What do children want -- child domestic workers speak out
From May to October 2004, Anti-Slavery International and its local partners undertook consultations with more than 450 current and former child domestic workers in nine countries in Africa, Asia and Latin America. Consultations took place in Benin, Costa Rica, India, Nepal, Peru, Philippines, Sri Lanka, Tanzania and Togo reflecting the reality of child domestic labour in many countries. The majority of those who participated were female -- but more than 100 boys also took part.
Cutting across cultural and language divides, the child domestic workers who were consulted had some clear messages about the best kinds of assistance to protect them from the daily abuse and exploitation that many of them endure. Their common appeal for those who seek to help them are:
- To provide opportunities for education and training which allow them to move on from domestic work;
- To assist them in seeking redress from abusive and/or exploitative employers;
- Not to alienate employers, but to make them part of the solution to their problems;
- To provide more services which cater specifically to the needs of child domestic workers (since their needs are often quite different from those of other child workers);
- To develop longer-term interventions, i.e. not to develop services for them and then pull-out after just one or two years;
- To develop interventions which take into consideration some of the issues which most affect child domestic workers, for example, early pregnancy and the effect of HIV/AIDS;
- More awareness raising about their situation, and to ensure that this awareness raising goes hand-in-hand with concrete services for child domestic workers;
Assistance in accessing government and state infrastructure that can help them; for example, in obtaining birth certificates, enrolling in school, in accessing health care, in locating families and returning home.
Perhaps the strongest message to emerge from the consultations was the importance of those providing assistance to talk to the children themselves about what they need. The work of Anti-Slavery International's partners in this area has shown that the most effective interventions are those which systematically involve child domestic workers themselves in the planning and implementation of their projects and programmes.
There are about 300,000 child soldiers involved in over 30 areas of conflict worldwide, some even younger than 10 years old. Child soldiers fight on the front line, and also work in support roles; girls are often obliged to be sex slaves or "soldiers' wives". Children involved in conflict are severely affected by their experiences and can suffer from long-term trauma. The Optional Protocol to the Convention on the Rights of the Child on the involvement of children in armed conflict entered into force on 12 February 2002, which encourages governments to raise the age of voluntary recruitment into the armed forces and explicitly states that no person under the age of 18 should be sent into battle.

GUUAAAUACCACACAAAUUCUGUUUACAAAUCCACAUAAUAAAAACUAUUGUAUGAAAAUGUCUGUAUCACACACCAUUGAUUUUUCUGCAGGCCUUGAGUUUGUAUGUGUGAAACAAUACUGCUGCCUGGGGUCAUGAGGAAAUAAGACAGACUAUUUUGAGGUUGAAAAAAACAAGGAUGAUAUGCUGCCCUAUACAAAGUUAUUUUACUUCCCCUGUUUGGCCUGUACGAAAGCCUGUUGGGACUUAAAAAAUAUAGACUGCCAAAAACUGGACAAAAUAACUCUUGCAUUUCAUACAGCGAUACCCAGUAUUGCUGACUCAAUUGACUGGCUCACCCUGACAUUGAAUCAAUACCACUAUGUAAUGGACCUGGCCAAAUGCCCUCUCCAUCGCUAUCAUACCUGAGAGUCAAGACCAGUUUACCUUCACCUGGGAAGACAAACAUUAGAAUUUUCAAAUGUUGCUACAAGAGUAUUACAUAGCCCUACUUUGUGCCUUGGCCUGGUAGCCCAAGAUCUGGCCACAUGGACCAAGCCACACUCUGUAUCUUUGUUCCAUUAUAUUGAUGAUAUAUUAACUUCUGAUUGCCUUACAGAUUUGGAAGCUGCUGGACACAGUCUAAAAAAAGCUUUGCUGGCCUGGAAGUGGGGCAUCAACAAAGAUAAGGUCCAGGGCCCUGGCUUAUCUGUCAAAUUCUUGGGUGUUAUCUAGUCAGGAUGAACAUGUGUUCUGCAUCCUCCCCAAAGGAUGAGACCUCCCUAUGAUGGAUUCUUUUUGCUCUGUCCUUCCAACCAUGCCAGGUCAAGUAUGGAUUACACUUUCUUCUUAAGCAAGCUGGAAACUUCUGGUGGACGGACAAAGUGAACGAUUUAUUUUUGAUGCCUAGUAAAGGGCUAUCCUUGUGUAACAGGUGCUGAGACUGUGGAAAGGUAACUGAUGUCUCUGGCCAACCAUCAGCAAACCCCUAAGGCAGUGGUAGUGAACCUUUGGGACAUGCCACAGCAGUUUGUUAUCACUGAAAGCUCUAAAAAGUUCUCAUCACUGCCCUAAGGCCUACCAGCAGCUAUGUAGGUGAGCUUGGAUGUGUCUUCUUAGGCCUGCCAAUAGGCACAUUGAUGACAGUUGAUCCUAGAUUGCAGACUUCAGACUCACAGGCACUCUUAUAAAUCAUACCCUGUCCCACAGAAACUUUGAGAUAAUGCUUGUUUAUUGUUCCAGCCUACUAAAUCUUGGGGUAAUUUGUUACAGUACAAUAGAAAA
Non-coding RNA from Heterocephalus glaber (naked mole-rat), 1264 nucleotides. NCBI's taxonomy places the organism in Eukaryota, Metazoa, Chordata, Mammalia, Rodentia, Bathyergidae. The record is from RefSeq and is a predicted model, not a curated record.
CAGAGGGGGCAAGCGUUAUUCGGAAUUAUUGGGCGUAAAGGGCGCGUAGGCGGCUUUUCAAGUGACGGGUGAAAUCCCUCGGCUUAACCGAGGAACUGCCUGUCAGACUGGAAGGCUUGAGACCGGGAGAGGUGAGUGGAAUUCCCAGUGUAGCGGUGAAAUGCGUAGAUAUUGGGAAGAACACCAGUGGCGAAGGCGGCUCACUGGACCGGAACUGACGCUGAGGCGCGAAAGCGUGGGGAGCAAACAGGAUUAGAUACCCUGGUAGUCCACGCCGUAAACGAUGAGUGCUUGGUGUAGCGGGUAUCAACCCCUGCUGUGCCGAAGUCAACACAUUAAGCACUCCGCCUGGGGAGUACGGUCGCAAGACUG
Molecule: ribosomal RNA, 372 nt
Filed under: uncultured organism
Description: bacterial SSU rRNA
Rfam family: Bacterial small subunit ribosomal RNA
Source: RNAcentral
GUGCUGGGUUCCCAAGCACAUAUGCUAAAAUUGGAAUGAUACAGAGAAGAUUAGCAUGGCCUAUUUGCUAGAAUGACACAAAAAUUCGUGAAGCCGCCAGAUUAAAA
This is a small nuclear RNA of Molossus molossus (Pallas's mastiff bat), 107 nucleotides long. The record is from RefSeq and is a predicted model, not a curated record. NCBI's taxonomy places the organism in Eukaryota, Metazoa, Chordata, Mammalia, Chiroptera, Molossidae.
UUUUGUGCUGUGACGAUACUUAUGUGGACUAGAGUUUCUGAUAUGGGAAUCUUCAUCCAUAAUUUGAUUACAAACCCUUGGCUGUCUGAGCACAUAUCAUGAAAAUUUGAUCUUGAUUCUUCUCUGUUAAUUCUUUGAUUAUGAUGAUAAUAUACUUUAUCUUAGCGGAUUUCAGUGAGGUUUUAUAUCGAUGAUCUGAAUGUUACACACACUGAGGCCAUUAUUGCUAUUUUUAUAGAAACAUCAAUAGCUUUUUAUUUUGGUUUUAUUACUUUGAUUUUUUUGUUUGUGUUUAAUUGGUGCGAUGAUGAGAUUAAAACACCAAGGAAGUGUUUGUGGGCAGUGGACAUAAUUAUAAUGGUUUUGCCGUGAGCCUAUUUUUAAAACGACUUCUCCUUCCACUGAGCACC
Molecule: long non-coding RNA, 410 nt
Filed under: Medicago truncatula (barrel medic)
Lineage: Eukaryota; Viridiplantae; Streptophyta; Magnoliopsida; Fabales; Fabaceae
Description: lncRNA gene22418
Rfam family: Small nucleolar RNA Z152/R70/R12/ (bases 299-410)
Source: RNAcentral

The United Kingdom, which has the lowest minimum recruitment age in Europe at 16, ratified the Optional Protocol on 24 June 2003. The Government, however, added a declaration to reserve the right to send under-18s into hostilities "if there is a genuine military need" or "due to the nature or urgency of the situation". This clause is in direct conflict with the spirit of the Protocol, which urges that states "take all feasible measures to ensure that members of their armed forces who have not attained the age of 18 years old do not take a direct part in hostilities".
International law forms the basis of our work against the worst forms of child labour. The Conventions of the International Labour Organization, the 1926 and 1956 Slavery Conventions and the UN Convention on the Rights of the Child are the major tools we use.
Article 32 of the UN Convention on the Rights of the Child (1989):
"State Parties recognize the right of the child to be protected from economic exploitation and from performing any work that is likely to be hazardous or to interfere with the child's education or to be harmful to the child's health or physical, mental, spiritual, moral or social development.”
Convention 182 of the International Labour Organization (1999):
The main aim of Convention 182 is to eliminate the worst forms of child labour. It stresses that immediate action is needed to tackle the worst exploitation of children, and that measures taken by the authorities should start as soon as the government is able following ratification. The main provisions of the convention are to clarify which situations should be classified as the worst forms of child labour, and to specify what governments must do to prohibit and eliminate them. A copy of the full text of Convention 182 can be found on the ILO website
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our publicationsSee PDF download page for reports
Child labour in Yemen -- a 2 minute film. At least 15,000 children, many under the age of 12, work in dangerous or abusive conditions in Yemen, an IRIN report.